History of the Department of Environment & Natural Resources

Under PD 463, The Mineral Resources Development Decree of 1974, which took effect on May 17, 1974, applications for lease of mining claims were required to be filed with the Director of the Bureau of Mines, within two (2) days from the date of their recording. Sec. 40 of PD 463 provided that if no adverse claim was filed within (15) days after the first date of publication, it was conclusively presumed that no adverse claim existed and thereafter no objection from third parties to the grant of the lease could be heard, except protests pending at the time of publication. The Secretary would then approve and issue the corresponding mining lease contract. In case of any protest or adverse claim relating to any mining claim and lease application, Secs. 48 and 50 of PD 463 prescribed the procedure. Under Sec. 48, the protest should be filed with the Bureau of Mines. Under Sec. 50, any party not satisfied with the decision or order of the Director could, within five (5) days from receipt of the decision or order, appeal to the Secretary. The decisions of the Secretary were likewise appealable within five (5) days from receipts by the affected party to the President of the Philippines whose decision shall be final and executory. PD 463 was, however, silent as to who was authorized to cancel the mineral agreements.

On July 10, 1987, President Corazon C. Aquino issued Executive Order No. (EO) 211. Under Sec. 2 of EO 211, the processing, evaluation, and approval of all mining applications, declarations of locations, operating agreements, and service contracts were governed by PD 463, as amended. EO 211 likewise did not contain any provision on the authority to cancel operating agreements and service contracts.

On July 25, 1987, EO 279 was issued by President Aquino. It authorized the DENR Secretary to negotiate and enter into, for and in behalf of the Government, joint venture, co-production, or production-sharing agreements for the exploration, development, and utilization of mineral resources with any Filipino citizen, corporation, or association, at least 60% of whose capital was owned by Filipino citizens. The contract or agreement was subject to the approval of the President. With respect to contracts of foreign-owned corporations or foreign investors involving either technical or financial assistance for large-scale exploration, development, and utilization of minerals, the DENR Secretary could recommend approval of said contracts to the President. EO 279 provided that PD 463 and its implementing rules and regulations, which were not inconsistent with EO 279, continued in force and effect. Again, EO 279 was silent on the authority to cancel mineral agreements.

RA 7942, The Philippine Mining Act of 1995 enacted on March 3, 1995, repealed the provisions of PD 463 inconsistent with RA 7942. Unlike PD 463, where the application was filed with the Bureau of Mines Director, the applications for mineral agreements are now required to be filed with the Regional Director as provided by Sec. 29 of RA 7942. The proper filing gave the proponent the prior right to be approved by the Secretary and thereafter to be submitted to the President. The President shall provide a list to Congress of every approved mineral agreement within 30 days from its approval by the Secretary. Again, RA 7942 is silent on who has authority to cancel the agreement.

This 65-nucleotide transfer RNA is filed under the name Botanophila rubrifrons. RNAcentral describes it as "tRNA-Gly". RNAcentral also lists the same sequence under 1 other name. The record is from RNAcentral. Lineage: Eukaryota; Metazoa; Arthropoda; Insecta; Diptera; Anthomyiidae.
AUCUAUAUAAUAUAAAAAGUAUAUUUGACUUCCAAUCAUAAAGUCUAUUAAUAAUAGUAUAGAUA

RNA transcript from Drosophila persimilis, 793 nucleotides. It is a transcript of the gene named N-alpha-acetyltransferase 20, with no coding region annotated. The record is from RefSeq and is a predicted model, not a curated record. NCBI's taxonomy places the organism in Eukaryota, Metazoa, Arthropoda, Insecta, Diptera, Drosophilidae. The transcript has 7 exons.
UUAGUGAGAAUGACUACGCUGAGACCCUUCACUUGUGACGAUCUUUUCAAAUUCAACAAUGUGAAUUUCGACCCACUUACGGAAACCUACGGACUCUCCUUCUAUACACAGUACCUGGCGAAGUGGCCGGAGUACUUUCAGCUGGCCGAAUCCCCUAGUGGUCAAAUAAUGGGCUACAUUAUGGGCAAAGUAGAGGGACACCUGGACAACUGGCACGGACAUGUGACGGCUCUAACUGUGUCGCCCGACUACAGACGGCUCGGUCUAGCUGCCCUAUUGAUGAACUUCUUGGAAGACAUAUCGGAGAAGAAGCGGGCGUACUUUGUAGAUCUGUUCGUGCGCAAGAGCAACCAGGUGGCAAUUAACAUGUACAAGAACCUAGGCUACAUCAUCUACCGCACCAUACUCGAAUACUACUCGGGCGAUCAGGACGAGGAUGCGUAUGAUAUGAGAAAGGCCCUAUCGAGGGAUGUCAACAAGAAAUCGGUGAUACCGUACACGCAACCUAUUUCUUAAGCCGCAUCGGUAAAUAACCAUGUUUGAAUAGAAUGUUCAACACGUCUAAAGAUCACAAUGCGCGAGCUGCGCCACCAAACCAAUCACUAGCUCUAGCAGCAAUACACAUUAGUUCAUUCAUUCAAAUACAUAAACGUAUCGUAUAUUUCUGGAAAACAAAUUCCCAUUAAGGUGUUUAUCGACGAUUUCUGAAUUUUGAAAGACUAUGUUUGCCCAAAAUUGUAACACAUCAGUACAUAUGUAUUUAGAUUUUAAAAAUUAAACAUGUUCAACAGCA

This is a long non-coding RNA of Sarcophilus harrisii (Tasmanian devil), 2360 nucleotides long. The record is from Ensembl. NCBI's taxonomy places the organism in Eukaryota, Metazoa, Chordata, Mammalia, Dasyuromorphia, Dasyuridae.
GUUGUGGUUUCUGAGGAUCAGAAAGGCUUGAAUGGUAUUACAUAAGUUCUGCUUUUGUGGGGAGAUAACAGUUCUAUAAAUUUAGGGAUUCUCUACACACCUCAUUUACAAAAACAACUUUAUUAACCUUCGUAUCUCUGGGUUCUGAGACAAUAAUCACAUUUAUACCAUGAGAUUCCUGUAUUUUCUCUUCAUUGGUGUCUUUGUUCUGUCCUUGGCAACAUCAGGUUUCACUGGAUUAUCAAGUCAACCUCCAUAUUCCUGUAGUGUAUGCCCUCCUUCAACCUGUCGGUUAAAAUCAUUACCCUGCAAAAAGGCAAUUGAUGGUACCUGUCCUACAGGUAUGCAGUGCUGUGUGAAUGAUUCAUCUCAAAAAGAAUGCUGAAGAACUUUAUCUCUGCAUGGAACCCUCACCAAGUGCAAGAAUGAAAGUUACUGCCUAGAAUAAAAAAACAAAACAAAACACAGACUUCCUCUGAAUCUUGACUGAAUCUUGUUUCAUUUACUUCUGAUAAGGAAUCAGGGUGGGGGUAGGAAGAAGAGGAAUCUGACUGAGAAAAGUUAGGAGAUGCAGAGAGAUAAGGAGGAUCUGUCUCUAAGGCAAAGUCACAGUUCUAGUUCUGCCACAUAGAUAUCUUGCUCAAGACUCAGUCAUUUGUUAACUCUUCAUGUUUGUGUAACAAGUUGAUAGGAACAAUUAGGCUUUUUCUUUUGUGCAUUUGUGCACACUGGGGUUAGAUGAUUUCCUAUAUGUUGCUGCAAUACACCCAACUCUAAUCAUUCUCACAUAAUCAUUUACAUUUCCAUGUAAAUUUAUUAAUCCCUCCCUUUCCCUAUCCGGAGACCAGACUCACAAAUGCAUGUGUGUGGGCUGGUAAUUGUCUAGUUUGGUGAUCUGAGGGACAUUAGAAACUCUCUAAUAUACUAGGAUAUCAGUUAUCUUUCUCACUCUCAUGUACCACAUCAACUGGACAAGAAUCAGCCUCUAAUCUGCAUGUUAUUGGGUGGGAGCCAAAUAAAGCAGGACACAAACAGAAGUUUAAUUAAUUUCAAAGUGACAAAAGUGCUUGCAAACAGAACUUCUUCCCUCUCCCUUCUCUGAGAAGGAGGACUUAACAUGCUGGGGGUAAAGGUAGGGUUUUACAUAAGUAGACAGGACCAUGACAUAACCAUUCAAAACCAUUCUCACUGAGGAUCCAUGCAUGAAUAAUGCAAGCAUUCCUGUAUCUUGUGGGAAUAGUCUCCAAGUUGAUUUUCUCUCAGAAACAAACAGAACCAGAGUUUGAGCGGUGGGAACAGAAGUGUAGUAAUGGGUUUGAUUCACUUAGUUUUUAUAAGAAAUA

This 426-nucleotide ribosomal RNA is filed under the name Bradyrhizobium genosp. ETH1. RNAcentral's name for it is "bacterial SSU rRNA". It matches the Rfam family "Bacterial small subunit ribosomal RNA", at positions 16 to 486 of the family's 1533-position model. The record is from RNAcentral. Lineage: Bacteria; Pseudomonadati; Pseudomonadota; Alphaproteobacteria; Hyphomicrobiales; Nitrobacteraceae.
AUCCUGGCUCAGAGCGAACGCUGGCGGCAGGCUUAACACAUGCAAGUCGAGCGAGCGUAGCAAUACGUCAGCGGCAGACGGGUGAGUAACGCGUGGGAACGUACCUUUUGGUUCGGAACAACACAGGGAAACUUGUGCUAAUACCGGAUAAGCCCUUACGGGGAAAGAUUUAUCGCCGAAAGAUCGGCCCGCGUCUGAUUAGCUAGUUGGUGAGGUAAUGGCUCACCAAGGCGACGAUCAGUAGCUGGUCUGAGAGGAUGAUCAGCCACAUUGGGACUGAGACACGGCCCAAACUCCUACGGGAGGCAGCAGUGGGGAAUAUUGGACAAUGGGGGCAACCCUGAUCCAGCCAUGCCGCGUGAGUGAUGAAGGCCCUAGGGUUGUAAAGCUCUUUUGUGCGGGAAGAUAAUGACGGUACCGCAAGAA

Compared to PD 463 where disputes were decided by the Bureau of Mines Director whose decisions were appealable to the DENR Secretary and then to the President, RA 7942 now provides for the creation of quasi-judicial bodies (POA and MAB) that would have jurisdiction over conflicts arising from the applications and mineral agreements. Secs. 77, 78, and 79 lay down the procedure, thus:
SEC. 77. Panel of Arbitrators.There shall be a panel of arbitrators in the regional office of the Department composed of three (3) members, two (2) of whom must be members of the Philippine Bar in good standing and one [1] licensed mining engineer or a professional in a related field, and duly designated by the Secretary as recommended by the Mines and Geosciences Bureau Director. Those designated as members of the panel shall serve as such in addition to their work in the Department without receiving any additional compensation. As much as practicable, said members shall come from the different bureaus of the Department in the region. The presiding officer thereof shall be selected by the drawing of lots. His tenure as presiding officer shall be on a yearly basis. The members of the panel shall perform their duties and obligations in hearing and deciding cases until their designation is withdrawn or revoked by the Secretary. Within thirty (30) working days, after the submission of the case by the parties for decision, the panel shall have exclusive and original jurisdiction to hear and decide on the following: